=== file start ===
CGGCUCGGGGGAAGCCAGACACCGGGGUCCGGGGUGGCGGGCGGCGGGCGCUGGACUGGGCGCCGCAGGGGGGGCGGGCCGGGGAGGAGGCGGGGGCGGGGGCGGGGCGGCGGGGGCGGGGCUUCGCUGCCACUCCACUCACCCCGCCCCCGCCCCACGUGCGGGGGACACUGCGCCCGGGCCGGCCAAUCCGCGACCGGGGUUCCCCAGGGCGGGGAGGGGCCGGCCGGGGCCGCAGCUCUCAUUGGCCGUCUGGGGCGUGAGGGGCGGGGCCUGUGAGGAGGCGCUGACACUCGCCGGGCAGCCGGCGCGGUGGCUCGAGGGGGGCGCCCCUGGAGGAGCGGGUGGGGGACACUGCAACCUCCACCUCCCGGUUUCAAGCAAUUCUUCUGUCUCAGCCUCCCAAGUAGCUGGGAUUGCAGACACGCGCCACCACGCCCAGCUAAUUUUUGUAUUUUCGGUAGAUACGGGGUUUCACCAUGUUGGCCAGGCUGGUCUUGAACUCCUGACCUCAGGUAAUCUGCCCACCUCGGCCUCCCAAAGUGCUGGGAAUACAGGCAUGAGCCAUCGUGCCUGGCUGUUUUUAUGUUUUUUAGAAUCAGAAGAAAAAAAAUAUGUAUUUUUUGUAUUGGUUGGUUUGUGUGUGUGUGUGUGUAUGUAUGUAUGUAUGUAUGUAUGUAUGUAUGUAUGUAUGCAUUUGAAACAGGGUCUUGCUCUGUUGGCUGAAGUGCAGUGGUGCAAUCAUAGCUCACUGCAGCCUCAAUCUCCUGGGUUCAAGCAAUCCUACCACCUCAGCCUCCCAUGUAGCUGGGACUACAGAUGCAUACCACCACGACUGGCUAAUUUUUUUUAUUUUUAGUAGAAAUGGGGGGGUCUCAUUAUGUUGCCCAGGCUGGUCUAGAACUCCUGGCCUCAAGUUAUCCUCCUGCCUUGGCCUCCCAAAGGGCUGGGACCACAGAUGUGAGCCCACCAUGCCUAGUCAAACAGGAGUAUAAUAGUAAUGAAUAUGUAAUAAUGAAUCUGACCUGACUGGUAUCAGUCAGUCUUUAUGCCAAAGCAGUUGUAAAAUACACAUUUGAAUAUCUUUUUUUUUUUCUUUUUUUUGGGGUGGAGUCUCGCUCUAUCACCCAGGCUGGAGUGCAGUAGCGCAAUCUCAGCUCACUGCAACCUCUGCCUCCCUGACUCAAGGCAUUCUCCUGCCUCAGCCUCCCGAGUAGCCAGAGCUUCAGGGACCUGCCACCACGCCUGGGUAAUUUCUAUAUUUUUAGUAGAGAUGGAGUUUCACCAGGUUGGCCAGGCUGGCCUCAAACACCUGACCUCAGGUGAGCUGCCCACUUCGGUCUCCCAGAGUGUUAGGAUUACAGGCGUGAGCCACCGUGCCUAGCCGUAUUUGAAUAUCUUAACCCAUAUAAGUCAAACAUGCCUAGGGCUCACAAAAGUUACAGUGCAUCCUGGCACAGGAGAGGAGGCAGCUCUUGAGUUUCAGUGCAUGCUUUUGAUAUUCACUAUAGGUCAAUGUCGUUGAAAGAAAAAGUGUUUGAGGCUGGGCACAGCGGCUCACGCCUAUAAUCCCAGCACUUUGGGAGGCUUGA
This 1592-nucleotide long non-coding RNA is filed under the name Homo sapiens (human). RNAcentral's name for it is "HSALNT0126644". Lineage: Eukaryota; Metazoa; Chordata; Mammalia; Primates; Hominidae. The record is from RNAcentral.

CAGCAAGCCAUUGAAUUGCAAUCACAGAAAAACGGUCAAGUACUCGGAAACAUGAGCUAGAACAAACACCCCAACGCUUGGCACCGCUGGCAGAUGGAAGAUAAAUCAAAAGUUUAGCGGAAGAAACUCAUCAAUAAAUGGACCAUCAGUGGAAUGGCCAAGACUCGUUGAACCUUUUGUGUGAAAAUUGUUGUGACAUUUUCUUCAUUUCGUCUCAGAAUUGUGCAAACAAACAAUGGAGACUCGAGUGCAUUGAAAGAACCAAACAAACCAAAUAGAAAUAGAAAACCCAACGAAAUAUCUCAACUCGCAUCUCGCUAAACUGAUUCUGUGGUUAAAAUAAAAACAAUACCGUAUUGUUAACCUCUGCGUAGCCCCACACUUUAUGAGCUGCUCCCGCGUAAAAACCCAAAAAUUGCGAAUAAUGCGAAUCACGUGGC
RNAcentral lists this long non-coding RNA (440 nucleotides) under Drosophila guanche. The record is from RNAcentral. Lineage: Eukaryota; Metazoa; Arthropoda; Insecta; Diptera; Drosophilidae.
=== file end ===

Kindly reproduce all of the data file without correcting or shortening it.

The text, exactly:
CGGCUCGGGGGAAGCCAGACACCGGGGUCCGGGGUGGCGGGCGGCGGGCGCUGGACUGGGCGCCGCAGGGGGGGCGGGCCGGGGAGGAGGCGGGGGCGGGGGCGGGGCGGCGGGGGCGGGGCUUCGCUGCCACUCCACUCACCCCGCCCCCGCCCCACGUGCGGGGGACACUGCGCCCGGGCCGGCCAAUCCGCGACCGGGGUUCCCCAGGGCGGGGAGGGGCCGGCCGGGGCCGCAGCUCUCAUUGGCCGUCUGGGGCGUGAGGGGCGGGGCCUGUGAGGAGGCGCUGACACUCGCCGGGCAGCCGGCGCGGUGGCUCGAGGGGGGCGCCCCUGGAGGAGCGGGUGGGGGACACUGCAACCUCCACCUCCCGGUUUCAAGCAAUUCUUCUGUCUCAGCCUCCCAAGUAGCUGGGAUUGCAGACACGCGCCACCACGCCCAGCUAAUUUUUGUAUUUUCGGUAGAUACGGGGUUUCACCAUGUUGGCCAGGCUGGUCUUGAACUCCUGACCUCAGGUAAUCUGCCCACCUCGGCCUCCCAAAGUGCUGGGAAUACAGGCAUGAGCCAUCGUGCCUGGCUGUUUUUAUGUUUUUUAGAAUCAGAAGAAAAAAAAUAUGUAUUUUUUGUAUUGGUUGGUUUGUGUGUGUGUGUGUGUAUGUAUGUAUGUAUGUAUGUAUGUAUGUAUGUAUGUAUGCAUUUGAAACAGGGUCUUGCUCUGUUGGCUGAAGUGCAGUGGUGCAAUCAUAGCUCACUGCAGCCUCAAUCUCCUGGGUUCAAGCAAUCCUACCACCUCAGCCUCCCAUGUAGCUGGGACUACAGAUGCAUACCACCACGACUGGCUAAUUUUUUUUAUUUUUAGUAGAAAUGGGGGGGUCUCAUUAUGUUGCCCAGGCUGGUCUAGAACUCCUGGCCUCAAGUUAUCCUCCUGCCUUGGCCUCCCAAAGGGCUGGGACCACAGAUGUGAGCCCACCAUGCCUAGUCAAACAGGAGUAUAAUAGUAAUGAAUAUGUAAUAAUGAAUCUGACCUGACUGGUAUCAGUCAGUCUUUAUGCCAAAGCAGUUGUAAAAUACACAUUUGAAUAUCUUUUUUUUUUUCUUUUUUUUGGGGUGGAGUCUCGCUCUAUCACCCAGGCUGGAGUGCAGUAGCGCAAUCUCAGCUCACUGCAACCUCUGCCUCCCUGACUCAAGGCAUUCUCCUGCCUCAGCCUCCCGAGUAGCCAGAGCUUCAGGGACCUGCCACCACGCCUGGGUAAUUUCUAUAUUUUUAGUAGAGAUGGAGUUUCACCAGGUUGGCCAGGCUGGCCUCAAACACCUGACCUCAGGUGAGCUGCCCACUUCGGUCUCCCAGAGUGUUAGGAUUACAGGCGUGAGCCACCGUGCCUAGCCGUAUUUGAAUAUCUUAACCCAUAUAAGUCAAACAUGCCUAGGGCUCACAAAAGUUACAGUGCAUCCUGGCACAGGAGAGGAGGCAGCUCUUGAGUUUCAGUGCAUGCUUUUGAUAUUCACUAUAGGUCAAUGUCGUUGAAAGAAAAAGUGUUUGAGGCUGGGCACAGCGGCUCACGCCUAUAAUCCCAGCACUUUGGGAGGCUUGA
This 1592-nucleotide long non-coding RNA is filed under the name Homo sapiens (human). RNAcentral's name for it is "HSALNT0126644". Lineage: Eukaryota; Metazoa; Chordata; Mammalia; Primates; Hominidae. The record is from RNAcentral.

CAGCAAGCCAUUGAAUUGCAAUCACAGAAAAACGGUCAAGUACUCGGAAACAUGAGCUAGAACAAACACCCCAACGCUUGGCACCGCUGGCAGAUGGAAGAUAAAUCAAAAGUUUAGCGGAAGAAACUCAUCAAUAAAUGGACCAUCAGUGGAAUGGCCAAGACUCGUUGAACCUUUUGUGUGAAAAUUGUUGUGACAUUUUCUUCAUUUCGUCUCAGAAUUGUGCAAACAAACAAUGGAGACUCGAGUGCAUUGAAAGAACCAAACAAACCAAAUAGAAAUAGAAAACCCAACGAAAUAUCUCAACUCGCAUCUCGCUAAACUGAUUCUGUGGUUAAAAUAAAAACAAUACCGUAUUGUUAACCUCUGCGUAGCCCCACACUUUAUGAGCUGCUCCCGCGUAAAAACCCAAAAAUUGCGAAUAAUGCGAAUCACGUGGC
RNAcentral lists this long non-coding RNA (440 nucleotides) under Drosophila guanche. The record is from RNAcentral. Lineage: Eukaryota; Metazoa; Arthropoda; Insecta; Diptera; Drosophilidae.